Expanding our understanding of the global contributions of SSFs

Motivation:

In 2012, the World Bank, FAO and WorldFish Center published Hidden Harvest: The Global Contribution of Capture Fisheries (‘HH1’), a study that included estimates of the scope and economic importance of small-scale fisheries. However, given the increased international attention to SSFs, the HH1 study would benefit from a refinement and update that expands measures of the role that SSFs play in sustainable development more broadly.  

Research Questions:

  • What are the contributions of small-scale fisheries to the three dimensions of sustainable development – social, economic and environmental – as well as governance, at the global level?
  • What are the key drivers of change, including both threats and opportunities, describing the contributions of small-scale fisheries to sustainable development?

Goals and Deliverables:

For this reason, we propose to update the HH1 study, to include additional measures of the contribution of small-scale fisheries to sustainable development as well as governance, and particularly noting contributions of SSF toward achieving internationally-agreed goals. In addition, the update will identify the main drivers of change or transformation. To achieve these aims, the study results and final publication will include:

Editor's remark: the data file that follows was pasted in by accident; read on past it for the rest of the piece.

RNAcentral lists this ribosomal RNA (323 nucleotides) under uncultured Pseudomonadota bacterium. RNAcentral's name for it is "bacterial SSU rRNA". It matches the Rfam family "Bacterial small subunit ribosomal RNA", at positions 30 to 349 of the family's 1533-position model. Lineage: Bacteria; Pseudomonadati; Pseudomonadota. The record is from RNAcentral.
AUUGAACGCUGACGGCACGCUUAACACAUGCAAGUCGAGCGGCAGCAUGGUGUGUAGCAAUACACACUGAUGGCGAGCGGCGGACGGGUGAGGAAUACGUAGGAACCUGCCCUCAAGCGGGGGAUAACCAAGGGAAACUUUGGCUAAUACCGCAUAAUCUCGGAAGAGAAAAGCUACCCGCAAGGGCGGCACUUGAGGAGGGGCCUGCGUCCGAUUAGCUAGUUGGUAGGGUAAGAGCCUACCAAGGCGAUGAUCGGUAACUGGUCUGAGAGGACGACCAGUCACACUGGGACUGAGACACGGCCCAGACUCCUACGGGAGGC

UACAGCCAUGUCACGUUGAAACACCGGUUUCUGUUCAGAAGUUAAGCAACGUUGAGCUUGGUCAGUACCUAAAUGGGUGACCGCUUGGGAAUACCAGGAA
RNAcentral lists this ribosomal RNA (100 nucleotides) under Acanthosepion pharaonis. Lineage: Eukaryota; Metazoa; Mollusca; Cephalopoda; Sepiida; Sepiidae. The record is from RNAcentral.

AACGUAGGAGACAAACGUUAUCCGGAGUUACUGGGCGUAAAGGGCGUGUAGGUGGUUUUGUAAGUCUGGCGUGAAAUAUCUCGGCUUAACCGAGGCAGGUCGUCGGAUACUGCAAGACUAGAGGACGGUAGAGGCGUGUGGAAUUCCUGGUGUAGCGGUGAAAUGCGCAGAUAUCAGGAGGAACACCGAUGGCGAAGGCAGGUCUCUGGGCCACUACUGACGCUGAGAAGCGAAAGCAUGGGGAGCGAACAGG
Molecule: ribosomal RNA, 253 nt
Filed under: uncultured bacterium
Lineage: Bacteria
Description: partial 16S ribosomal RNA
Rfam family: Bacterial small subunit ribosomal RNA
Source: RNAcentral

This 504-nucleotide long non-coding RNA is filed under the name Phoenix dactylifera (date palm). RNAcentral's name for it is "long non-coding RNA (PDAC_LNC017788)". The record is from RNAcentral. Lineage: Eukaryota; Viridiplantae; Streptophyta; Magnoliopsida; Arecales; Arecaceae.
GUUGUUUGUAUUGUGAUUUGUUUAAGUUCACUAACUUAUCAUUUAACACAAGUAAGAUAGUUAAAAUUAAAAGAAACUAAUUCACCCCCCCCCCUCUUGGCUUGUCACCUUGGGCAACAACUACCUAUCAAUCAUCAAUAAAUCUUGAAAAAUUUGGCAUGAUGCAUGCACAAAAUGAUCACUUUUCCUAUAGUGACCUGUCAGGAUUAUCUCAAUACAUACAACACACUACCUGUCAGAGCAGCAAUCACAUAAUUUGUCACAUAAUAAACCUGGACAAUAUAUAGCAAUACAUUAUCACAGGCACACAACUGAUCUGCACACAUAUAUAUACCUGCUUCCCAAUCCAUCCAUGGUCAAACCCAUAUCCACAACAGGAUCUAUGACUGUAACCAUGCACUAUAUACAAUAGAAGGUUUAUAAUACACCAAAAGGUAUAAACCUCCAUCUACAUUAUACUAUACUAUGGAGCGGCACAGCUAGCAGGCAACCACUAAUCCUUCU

1. Quantification of selected key indicators/variables at the global level, including indicators that can be used to monitor different governance and management arrangements in selected countries.
  2. Thematic studies on central issues that provide a narrative supporting the global trends and analyze the drivers of change/transformation.

Methodology:

The HH2 study will be conducted primarily using three main approaches: 1) Leveraging global datasets by correcting for small-scale fisheries underreporting and applying ratio estimates to disaggregate small-scale and large-scale fisheries contributions. 2) Undertaking national-level case studies that can form the basis for extrapolation to the global level. 3) Assembling non-scalable data that highlight the contributions of and drivers of change in small-scale fisheries in specific contexts.

Partners:

The three organizations – FAO, World Fish and Duke University – constitute the core study team but there are many other potential collaborators. Funding support is generously provided by the Oak Foundation.

 

Products:

Timeline:

The aim is to publish and launch the HH2 publication in 2020, publishing peer-reviewed articles along the way. Project start: January 1, 2018. Project end: June 30, 2020.